UN: In 2014, Israel demolished 1,177 Palestinians’ homes in the West Bank

Israel/Palestine
on 17 Comments

Israel destroyed 590 Palestinian buildings in the West Bank, including East Jerusalem, in 2014, displacing 1,177 people, according to a new study by the UN Office for the Coordination of Humanitarian Affairs (OCHA). This constitutes the highest level of displacement in the West Bank since the UN began monitoring the issue in 2008.

Amira Hass summarizes the findings of the OCHA report in Haaretz. She indicates that, in 2014, the Civil Administration of the Israel Defense Forces destroyed

  • 493 buildings in the West Bank;
  • the homes of 969 Palestinians in the West Bank;
  • 97 buildings in East Jerusalem;
  • the homes of 208 Palestinians in East Jerusalem; and
  • an average of 9 Palestinian buildings per week.

In three days, from 20-22 January, 77 Palestinians, over half of whom were children, were made homeless by these demolitions. In just the week of 19-26 January, Israel destroyed 41 Palestinian buildings and delivered 45 construction stop orders and two demolition orders. All of these structures were owned by Bedouins and other pastoral communities. Some of the destroyed buildings had been donated by European humanitarian organizations, and Israel issued an order to stop construction on a park funded by foreign donor countries.

Israel’s extrajudicial demolitions continue into 2015. In January alone, Israel destroyed 77 buildings belonging to Palestinians in the West Bank, leaving 110 people, roughly half of whom were children, homeless in the cold of the winter.

UN Resident and Humanitarian Coordinator James W. Rawley argues the demolitions violate international law. “Demolitions that result in forced evictions and displacement run counter to Israel’s obligations under international law and create unnecessary suffering and tension,” he said. “They must stop immediately.”

OCHA writes, in an official statement,

The planning policies applied by Israel in Area C and East Jerusalem discriminate against Palestinians, making it extremely difficult for them to obtain building permits. As a result, many Palestinians build without permits to meet their housing needs and risk having their structures demolished. Palestinians must have the opportunity to participate in a fair and equitable planning system that ensures their needs are met.

Hass also draws attention to the fact that “Israel does not allow Palestinians additional construction relative to the natural population growth, and does not allow connecting hundreds of communities with some 300,000 Palestinian residents to infrastructure.” This leaves Palestinians with three options, she says:

(a) living in crowded housing and poor conditions,
(b) moving to Areas A and B of the West Bank, which is difficult to do and expensive, or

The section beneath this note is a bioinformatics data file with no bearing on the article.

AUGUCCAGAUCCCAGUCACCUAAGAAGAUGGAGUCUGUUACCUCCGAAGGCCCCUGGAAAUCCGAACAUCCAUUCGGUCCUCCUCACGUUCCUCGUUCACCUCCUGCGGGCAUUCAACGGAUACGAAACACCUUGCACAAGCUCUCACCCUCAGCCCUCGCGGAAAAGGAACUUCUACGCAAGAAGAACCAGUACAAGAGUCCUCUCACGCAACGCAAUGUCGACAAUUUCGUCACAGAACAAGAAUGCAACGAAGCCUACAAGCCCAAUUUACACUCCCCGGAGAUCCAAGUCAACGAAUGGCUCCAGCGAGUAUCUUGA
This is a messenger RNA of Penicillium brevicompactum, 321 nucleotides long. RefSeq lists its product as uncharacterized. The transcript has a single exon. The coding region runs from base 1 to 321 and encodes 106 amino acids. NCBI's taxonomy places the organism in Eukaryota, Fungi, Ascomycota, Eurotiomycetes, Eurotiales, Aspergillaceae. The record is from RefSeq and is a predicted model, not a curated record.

(c) building without permits.

Given their lack of opportunities and resources, most Palestinians have no other choice but to repeatedly rebuild their homes without permits, Hass explains.

Area C

(Map: UN OCHA)

(Map: UN OCHA)

The 493 West Bank buildings destroyed were located in Area C, an administrative division, outlined in the 1995 Oslo II Accord, which comprises close to three-quarters of the West Bank. Area C remains under control of the Israeli military, after Israel illegally occupied it in the 1967 war. The October 1998 Wye River Memorandum required that Israel withdraw from 13% of Area C, but, after only pulling its troops from 2% of the land, Israel reoccupied all of it in its 2002 Operation “Defensive Shield.”

Today, Palestinians do not have control over 99% of Area C—61% of the entire West Bank. This is the region in which the West Bank’s most important and lucrative natural resources are concentrated. In a 2013 report, the World Bank said that without “the ability to conduct purposeful economic activity in Area C, the economic space of the West Bank will remain crowded and stunted, inhabited by people whose daily interactions with the state of Israel are characterised by inconvenience, expense and frustration.”

Almost 300,000 Palestinians live in Area C, under complete control of the Israeli military. In an additional 2014 report in Haaretz, Hass notes that

The Palestinian population in Area C is considered to be especially vulnerable and in need of international assistance because of limited access to educational and health-care institutions, harassment by settlers, proximity to firing zones and insufficient connection to water and electricity infrastructure.

Between 300,000 and 400,000 Israeli settlers also illegally live in Area C. More are flooding in, as the region is increasingly colonized. In May 2014, ultra-nationalist Construction and Housing Minister Uri Ariel said the possibly of a Palestinian state was in its “dying throes” and declared that the settler population would be 550,000 or 600,000 by 2019.

100,000 Homes Destroyed in Gaza

Palestinians in the West Bank were not the only ones Israel made homeless in 2014. In its 51-day summer attack on Gaza, codenamed Operation “Protective Edge,” Israel destroyed or damaged 100,000 homes, affecting more than 600,000 people, according to UN estimates.